A 50 year old man was woken up 1 hour ago by sudden onset, severe retrosternal chest pain radiating to the jaw, neck, and left arm. He went to see his primary care practitioner, who obtained an ECG and said that he was having a 'heart attack'. He was then administered Aspirin and sublingual Nitroglycerin and rushed to hospital. Now, at presentation, his chest pain has subsided completely. His medical history is unremarkable, while a full blood count and chest x-ray are normal.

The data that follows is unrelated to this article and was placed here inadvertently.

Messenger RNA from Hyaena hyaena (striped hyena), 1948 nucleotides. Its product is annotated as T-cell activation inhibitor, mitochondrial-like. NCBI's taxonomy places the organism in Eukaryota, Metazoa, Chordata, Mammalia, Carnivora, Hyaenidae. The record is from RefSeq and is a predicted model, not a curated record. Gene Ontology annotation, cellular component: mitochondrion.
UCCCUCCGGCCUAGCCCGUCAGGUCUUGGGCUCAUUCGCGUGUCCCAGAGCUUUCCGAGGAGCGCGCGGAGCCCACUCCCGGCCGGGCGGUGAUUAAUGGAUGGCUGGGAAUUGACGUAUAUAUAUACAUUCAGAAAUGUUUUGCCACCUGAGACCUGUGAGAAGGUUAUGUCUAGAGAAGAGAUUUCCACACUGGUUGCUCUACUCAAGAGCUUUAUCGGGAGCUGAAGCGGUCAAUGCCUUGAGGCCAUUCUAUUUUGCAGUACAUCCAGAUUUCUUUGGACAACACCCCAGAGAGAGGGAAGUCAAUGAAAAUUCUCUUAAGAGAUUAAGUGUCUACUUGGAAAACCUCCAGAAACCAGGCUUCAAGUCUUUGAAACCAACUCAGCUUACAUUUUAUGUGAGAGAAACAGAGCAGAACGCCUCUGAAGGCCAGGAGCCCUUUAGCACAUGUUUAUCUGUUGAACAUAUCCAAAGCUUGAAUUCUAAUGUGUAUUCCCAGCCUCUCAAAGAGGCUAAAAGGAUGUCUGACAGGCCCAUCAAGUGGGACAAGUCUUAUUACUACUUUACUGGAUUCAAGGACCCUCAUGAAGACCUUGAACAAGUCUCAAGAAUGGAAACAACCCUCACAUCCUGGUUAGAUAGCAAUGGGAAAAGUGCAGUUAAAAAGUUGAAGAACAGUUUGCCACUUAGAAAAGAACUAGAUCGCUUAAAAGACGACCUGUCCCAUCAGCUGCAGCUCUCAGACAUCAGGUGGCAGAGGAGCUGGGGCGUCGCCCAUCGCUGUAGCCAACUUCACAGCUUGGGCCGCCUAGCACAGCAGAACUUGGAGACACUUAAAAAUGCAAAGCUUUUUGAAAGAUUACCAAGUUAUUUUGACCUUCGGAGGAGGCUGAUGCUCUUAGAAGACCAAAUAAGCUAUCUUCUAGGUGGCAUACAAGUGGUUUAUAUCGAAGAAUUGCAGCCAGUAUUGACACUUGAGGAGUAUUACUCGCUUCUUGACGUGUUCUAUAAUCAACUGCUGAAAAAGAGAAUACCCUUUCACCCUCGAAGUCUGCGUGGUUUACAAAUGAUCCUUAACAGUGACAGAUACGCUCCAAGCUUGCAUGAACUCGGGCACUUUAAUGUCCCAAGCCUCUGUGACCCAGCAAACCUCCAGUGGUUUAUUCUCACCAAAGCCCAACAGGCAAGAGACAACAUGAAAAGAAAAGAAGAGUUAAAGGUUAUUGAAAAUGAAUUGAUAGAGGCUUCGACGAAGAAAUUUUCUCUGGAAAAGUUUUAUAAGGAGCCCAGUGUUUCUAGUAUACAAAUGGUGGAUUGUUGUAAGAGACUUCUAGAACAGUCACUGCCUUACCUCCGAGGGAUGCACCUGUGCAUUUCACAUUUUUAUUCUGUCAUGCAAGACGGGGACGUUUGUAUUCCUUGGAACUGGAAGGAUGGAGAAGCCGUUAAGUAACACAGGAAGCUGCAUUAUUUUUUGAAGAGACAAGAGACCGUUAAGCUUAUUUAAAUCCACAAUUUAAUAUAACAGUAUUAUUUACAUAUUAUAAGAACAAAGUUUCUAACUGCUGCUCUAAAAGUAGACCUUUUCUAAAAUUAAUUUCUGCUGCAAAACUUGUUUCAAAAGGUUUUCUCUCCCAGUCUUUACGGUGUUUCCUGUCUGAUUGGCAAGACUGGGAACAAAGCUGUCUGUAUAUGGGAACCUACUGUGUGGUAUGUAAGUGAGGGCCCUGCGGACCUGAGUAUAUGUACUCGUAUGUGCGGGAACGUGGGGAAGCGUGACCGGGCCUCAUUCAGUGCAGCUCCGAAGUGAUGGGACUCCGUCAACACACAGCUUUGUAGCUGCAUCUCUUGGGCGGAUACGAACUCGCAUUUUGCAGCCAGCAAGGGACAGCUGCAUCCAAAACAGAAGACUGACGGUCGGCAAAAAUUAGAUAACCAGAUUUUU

The rate is 104 bpm, with a regular rhythm. There are ST segment elevations in leads II, III and AvF. No other abnormalities are noted.
The rate is 80 bpm, in sinus rhythm. No abnormalities are noted. A troponin-I test is performed as well; the level is 0.0 ng/ml (normal: <0.1)
Coronary angiography reveals a pristine coronary vasculature. Provocation with ergonovine results in coronary spasm with concomitant chest pain.
The echocardiogram appears completely normal with no evidence of structural or valvular defects. The left ventricular ejection fraction is >70%.